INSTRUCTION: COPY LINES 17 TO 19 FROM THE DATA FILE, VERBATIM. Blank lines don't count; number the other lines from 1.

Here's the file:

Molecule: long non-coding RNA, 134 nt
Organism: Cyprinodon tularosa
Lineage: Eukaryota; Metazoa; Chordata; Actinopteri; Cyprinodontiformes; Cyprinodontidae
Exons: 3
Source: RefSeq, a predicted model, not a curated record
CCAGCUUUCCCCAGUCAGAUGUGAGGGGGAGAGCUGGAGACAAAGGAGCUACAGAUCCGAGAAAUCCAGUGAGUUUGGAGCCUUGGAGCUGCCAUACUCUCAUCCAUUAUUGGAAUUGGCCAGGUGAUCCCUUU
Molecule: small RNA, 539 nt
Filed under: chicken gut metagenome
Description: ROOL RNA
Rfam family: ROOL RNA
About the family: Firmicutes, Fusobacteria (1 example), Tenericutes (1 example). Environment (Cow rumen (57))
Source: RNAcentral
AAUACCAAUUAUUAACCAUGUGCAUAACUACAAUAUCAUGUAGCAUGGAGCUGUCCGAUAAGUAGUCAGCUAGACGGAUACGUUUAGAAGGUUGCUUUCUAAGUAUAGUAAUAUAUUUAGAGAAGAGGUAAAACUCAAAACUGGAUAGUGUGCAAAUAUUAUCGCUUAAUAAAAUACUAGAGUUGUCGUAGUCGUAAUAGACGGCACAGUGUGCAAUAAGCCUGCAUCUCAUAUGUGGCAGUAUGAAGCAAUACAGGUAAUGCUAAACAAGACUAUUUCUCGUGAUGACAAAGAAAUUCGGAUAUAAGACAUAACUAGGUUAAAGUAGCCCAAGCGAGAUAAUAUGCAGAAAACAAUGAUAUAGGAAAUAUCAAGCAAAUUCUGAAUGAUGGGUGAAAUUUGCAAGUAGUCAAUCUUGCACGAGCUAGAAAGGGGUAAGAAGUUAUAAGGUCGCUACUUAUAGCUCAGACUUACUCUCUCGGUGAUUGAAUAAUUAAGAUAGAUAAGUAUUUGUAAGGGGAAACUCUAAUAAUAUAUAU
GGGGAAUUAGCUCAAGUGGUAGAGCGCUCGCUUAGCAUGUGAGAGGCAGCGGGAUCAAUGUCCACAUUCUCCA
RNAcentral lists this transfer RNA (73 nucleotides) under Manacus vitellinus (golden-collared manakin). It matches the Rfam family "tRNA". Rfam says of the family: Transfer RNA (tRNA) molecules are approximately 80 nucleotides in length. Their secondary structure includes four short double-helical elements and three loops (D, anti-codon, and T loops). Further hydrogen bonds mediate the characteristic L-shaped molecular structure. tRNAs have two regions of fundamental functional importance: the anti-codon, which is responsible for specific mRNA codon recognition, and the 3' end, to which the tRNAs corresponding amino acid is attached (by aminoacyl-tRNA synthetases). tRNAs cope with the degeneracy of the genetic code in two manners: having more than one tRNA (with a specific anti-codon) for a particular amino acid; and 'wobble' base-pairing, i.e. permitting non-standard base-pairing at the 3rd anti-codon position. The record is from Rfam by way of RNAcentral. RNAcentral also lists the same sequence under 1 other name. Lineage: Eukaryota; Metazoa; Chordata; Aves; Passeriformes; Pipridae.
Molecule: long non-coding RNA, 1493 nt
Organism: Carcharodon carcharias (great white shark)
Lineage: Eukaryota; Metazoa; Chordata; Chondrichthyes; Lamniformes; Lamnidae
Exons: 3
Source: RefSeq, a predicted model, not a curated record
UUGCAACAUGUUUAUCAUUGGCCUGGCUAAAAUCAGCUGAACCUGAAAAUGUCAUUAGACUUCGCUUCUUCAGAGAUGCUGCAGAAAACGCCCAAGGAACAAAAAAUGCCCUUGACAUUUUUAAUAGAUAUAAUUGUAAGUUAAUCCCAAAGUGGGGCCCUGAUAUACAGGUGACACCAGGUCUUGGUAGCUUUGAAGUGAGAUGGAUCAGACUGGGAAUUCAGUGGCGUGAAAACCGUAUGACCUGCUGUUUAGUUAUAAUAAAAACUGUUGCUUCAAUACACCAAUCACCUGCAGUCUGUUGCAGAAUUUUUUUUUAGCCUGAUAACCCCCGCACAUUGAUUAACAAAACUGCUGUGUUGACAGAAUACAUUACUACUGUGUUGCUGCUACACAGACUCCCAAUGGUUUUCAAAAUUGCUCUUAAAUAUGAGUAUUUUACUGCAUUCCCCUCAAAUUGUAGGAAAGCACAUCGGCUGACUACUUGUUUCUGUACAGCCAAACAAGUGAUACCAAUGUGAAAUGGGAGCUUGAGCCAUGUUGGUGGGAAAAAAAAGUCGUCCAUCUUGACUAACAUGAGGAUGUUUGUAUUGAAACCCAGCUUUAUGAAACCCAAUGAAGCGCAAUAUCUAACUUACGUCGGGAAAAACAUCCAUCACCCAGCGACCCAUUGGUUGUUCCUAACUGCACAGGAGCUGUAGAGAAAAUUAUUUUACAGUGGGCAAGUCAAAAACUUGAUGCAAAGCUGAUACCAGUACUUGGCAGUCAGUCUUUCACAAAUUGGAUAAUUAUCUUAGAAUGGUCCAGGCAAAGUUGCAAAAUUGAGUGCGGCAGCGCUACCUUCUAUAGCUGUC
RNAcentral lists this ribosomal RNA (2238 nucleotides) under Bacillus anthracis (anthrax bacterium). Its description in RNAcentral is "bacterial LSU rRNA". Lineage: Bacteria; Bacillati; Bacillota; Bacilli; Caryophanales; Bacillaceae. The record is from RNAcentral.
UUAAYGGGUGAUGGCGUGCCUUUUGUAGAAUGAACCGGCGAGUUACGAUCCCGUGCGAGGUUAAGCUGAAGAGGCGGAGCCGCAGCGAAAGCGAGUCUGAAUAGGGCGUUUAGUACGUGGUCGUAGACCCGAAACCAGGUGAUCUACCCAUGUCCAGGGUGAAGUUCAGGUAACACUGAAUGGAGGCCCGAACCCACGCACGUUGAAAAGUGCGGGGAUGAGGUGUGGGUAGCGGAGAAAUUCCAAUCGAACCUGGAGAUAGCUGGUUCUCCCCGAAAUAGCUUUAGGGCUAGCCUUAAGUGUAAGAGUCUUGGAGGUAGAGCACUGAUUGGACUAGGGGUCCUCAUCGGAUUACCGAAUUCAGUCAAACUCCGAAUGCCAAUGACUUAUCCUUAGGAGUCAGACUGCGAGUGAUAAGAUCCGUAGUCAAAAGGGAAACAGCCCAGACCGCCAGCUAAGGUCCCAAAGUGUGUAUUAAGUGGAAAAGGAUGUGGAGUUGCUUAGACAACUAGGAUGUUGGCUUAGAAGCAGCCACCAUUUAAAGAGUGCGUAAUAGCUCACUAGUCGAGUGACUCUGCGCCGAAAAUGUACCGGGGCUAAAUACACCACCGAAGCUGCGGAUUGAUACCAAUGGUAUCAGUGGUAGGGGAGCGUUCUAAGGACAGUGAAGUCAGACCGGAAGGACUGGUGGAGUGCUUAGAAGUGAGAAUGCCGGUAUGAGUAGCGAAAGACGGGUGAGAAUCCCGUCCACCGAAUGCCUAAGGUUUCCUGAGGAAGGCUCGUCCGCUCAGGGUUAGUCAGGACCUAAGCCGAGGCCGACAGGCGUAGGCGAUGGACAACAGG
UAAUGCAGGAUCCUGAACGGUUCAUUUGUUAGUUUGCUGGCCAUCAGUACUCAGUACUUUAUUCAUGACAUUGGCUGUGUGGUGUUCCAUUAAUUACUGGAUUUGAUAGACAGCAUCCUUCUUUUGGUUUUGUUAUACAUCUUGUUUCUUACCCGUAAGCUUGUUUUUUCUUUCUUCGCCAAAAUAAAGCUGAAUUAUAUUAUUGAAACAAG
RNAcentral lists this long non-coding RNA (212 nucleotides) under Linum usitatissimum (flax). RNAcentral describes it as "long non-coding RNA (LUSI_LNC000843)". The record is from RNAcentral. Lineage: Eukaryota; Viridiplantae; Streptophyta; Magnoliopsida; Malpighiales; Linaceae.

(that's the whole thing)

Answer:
Organism: Carcharodon carcharias (great white shark)
Lineage: Eukaryota; Metazoa; Chordata; Chondrichthyes; Lamniformes; Lamnidae
Exons: 3